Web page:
"With 96 lives lost, 2022 was the highest year on record for domestic violence homicide and murder-suicide in Wisconsin. This loss of life is horrifying, precisely because it is preventable," said Monique Minkens, Executive Director of End Domestic Abuse Wisconsin. "Now is a critical moment, before the Supreme Court makes a decision in U.S. v. Rahimi. Will they protect future victims of abuse, or further enable those with access to firearms to commit violence against their victims? The choice is theirs."
This resolution is introduced ahead of the U.S. Supreme Court hearing oral arguments on the Rahimi case, which will determine whether a federal law prohibiting individuals under a domestic violence civil restraining order from possessing guns, violates the Second amendment. In February 2022, the Fifth Circuit Court of Appeals ruled that the federal law was unconstitutional. According to the CDC’s The National Intimate Partner and Sexual Violence Survey (NISVS): 2010 Summary Report, more than one in three women have experienced some form of intimate partner violence, including sexual violence, physical violence or stalking in their lifetime. This tragic reality is compounded by America’s gun violence epidemic. According to Everytown, 70 women are shot and killed by an intimate partner each month, which only magnifies the need for further gun violence prevention measures.

Read the full resolution here.
Dingell has long been a champion of eradicating domestic violence in communities across the United States. In 2018, Dingell established the Bipartisan Working Group to End Domestic Violence to bring together a bipartisan group of members to identify ways to strengthen resources and protections for survivors and their children. Last Congress, Dingell led the working group alongside Reps. Debbie Lesko, Gwen Moore, and Young Kim.
Since 2015, Dingell has led the introduction of the Zero Tolerance for Domestic Abusers Act to close the boyfriend loophole and keep guns out of the hands of abusive dating partners and stalkers, and some of these provisions were included in the Bipartisan Safer Communities Act that became law in June. In September 2022, Dingell led 62 of her colleagues in sending a letter to the Department of Justice urging proper implementation of the provisions to narrow the loophole to ensure survivors of domestic violence are properly protected.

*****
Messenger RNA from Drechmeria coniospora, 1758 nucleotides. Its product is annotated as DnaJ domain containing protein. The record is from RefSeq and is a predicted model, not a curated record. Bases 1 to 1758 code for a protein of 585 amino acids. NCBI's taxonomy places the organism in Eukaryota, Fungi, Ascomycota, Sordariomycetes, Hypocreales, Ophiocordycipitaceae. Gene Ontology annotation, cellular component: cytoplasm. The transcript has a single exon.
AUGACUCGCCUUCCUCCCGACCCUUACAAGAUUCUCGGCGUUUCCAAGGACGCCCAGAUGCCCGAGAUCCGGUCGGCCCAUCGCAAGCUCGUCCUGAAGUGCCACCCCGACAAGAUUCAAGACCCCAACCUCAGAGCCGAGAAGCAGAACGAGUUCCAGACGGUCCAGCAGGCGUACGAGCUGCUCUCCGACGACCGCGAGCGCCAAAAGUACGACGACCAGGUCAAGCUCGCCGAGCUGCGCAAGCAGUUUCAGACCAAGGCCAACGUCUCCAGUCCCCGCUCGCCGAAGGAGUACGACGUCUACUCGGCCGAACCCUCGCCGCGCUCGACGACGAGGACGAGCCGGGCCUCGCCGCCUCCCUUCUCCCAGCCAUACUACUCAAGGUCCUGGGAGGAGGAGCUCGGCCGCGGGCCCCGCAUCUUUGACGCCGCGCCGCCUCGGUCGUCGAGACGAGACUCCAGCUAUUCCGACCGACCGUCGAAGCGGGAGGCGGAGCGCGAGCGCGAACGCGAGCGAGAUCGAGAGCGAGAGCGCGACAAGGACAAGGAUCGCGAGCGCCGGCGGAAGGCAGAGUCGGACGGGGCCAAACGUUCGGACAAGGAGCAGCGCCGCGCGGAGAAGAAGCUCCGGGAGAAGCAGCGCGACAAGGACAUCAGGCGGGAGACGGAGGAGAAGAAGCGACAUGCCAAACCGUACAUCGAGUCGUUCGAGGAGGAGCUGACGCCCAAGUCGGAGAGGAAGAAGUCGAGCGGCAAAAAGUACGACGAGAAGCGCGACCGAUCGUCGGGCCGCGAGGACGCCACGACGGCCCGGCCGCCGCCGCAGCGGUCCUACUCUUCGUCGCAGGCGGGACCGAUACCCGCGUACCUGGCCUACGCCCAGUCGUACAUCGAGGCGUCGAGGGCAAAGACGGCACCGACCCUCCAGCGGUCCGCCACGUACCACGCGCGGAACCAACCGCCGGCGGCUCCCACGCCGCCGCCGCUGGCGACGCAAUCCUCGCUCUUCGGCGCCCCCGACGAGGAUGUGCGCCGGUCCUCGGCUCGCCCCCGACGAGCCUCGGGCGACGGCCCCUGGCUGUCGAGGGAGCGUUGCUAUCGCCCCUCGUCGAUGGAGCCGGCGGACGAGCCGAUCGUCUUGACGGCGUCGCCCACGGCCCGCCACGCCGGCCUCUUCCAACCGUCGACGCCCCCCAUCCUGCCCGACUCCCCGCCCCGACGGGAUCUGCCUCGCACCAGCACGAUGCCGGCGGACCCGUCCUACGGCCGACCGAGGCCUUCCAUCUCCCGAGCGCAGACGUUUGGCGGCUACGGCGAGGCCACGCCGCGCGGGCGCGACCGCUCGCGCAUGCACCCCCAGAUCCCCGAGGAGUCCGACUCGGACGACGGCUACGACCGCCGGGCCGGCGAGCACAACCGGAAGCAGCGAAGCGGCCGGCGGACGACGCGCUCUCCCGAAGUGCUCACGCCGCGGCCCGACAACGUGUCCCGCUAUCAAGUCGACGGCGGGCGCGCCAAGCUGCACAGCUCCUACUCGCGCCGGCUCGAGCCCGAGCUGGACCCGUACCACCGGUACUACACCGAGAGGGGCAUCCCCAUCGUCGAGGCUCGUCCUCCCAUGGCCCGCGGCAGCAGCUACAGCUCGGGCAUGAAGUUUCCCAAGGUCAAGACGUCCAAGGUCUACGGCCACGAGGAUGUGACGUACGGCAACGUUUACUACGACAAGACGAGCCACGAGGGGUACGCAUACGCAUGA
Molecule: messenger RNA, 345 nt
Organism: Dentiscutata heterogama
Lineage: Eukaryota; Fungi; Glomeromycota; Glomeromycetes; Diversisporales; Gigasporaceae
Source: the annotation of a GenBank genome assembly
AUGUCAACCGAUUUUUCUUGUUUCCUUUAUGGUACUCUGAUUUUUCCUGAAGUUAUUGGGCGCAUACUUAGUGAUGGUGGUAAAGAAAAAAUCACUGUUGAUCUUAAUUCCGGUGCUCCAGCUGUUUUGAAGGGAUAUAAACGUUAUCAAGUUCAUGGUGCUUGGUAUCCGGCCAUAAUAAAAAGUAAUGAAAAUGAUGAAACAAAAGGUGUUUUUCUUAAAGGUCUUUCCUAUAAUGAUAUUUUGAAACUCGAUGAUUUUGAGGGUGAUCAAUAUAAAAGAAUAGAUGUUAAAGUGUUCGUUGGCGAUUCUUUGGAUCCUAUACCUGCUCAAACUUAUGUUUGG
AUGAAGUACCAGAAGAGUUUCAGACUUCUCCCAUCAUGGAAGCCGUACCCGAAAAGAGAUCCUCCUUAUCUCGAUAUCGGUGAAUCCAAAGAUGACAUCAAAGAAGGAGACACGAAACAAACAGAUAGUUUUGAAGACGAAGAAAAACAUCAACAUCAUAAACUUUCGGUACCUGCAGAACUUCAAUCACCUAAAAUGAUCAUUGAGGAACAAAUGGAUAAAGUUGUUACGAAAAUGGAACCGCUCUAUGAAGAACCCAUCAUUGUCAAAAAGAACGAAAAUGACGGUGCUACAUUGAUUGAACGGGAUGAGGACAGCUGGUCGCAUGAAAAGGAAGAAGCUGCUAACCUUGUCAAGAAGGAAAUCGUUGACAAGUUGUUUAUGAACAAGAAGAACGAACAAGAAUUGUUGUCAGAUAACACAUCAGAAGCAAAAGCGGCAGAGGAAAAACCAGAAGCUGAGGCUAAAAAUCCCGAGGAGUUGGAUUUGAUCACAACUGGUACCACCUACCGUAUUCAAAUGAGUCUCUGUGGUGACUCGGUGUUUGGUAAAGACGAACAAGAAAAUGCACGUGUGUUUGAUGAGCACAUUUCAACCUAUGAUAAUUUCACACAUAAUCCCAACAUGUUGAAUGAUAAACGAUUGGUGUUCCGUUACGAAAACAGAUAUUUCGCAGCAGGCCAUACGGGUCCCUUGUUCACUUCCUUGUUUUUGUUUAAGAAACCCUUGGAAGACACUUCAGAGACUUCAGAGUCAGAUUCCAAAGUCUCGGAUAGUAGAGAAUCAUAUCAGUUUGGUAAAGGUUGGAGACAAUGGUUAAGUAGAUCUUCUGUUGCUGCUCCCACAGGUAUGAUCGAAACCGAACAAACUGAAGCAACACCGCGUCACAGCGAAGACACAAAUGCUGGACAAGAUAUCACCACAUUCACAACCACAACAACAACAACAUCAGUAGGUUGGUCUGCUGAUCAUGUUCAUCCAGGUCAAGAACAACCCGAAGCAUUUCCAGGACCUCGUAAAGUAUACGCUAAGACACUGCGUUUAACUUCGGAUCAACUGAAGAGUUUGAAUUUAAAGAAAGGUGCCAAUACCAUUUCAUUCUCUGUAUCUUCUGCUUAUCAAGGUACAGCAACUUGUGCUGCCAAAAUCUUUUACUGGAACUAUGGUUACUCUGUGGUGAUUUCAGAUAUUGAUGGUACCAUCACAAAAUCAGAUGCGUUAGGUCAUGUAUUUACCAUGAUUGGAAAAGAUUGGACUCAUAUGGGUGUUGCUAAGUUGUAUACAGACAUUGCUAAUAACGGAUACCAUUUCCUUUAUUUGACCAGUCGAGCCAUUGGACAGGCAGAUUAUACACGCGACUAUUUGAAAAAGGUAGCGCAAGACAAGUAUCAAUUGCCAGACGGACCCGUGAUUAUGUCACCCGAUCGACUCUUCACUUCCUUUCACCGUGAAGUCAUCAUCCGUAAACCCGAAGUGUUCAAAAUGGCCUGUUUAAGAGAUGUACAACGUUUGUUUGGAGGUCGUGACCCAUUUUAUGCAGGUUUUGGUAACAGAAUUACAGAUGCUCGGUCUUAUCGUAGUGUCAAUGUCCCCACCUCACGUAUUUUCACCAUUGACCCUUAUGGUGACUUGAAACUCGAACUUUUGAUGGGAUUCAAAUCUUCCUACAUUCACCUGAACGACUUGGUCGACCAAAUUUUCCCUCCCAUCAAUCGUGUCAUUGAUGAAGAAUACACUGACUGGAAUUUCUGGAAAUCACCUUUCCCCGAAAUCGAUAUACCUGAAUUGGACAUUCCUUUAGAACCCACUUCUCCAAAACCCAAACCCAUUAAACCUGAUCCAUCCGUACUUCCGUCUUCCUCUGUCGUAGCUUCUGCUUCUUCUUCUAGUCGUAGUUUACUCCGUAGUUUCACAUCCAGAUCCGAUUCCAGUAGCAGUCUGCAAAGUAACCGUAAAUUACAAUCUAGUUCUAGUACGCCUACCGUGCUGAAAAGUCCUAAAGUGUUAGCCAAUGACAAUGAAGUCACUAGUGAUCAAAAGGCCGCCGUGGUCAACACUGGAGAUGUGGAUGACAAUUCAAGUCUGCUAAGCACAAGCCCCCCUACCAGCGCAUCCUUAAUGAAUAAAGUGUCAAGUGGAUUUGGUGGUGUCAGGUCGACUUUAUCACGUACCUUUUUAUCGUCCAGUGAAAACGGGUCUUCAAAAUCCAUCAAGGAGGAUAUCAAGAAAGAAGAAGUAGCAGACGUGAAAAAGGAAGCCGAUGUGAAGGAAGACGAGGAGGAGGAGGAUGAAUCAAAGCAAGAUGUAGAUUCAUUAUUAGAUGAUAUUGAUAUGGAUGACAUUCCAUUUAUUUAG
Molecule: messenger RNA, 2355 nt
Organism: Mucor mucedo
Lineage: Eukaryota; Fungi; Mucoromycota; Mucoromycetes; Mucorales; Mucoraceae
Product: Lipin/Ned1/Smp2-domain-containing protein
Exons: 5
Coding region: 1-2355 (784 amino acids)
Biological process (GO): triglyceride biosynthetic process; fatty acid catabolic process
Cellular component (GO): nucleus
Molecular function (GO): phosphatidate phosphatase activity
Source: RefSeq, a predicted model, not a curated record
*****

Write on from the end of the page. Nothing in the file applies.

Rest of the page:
Dingell was also proud to support the Violence Against Women Act (VAWA) Reauthorization Act of 2022 which was passed as part of the Omnibus appropriations package enacted last year. This reauthorization contains groundbreaking and lifesaving provisions to strengthen and modernize VAWA, including two provisions written and led by Dingell. Among other improvements, the reauthorization expands prevention efforts, increases support and protections for survivors, and launches a national campaign to address campus sexual assault and sexual assault in the military.
Earlier this year, Dingell, alongside Representatives Sheila Jackson Lee (D-TX), Brian Fitzpatrick (R-PA), and Senator Amy Klobuchar (D-MN) introduced new legislation to protect survivors of dating violence and stalking by closing loopholes that allow abusers and stalkers access to guns. The bipartisan Strengthening Protections for Domestic Violence and Stalking Survivors Act of 2023 makes two commonsense updates to federal law to address existing loopholes that make it easy for perpetrators of dating violence and those convicted of misdemeanor stalking to legally access guns.
In August, Dingell, along with Representative Fitzpatrick and Senator Klobuchar filed an amicus brief in the pending United States v. Rahimi Supreme Court case, which will consider whether individuals with domestic-violence restraining orders can be prohibited from possessing a firearm. The brief asserts that Congress enacted a firearm prohibition for individuals subject to a restraining order nearly three decades ago with strong bipartisan support from even the staunchest defenders of Second Amendment Rights. Strong evidence points to the fact that individuals subject to domestic violence restraining orders pose an immediate danger and should not have access to firearms, a principle that has guided decades of regulation and has been deemed consistent with the Second Amendment.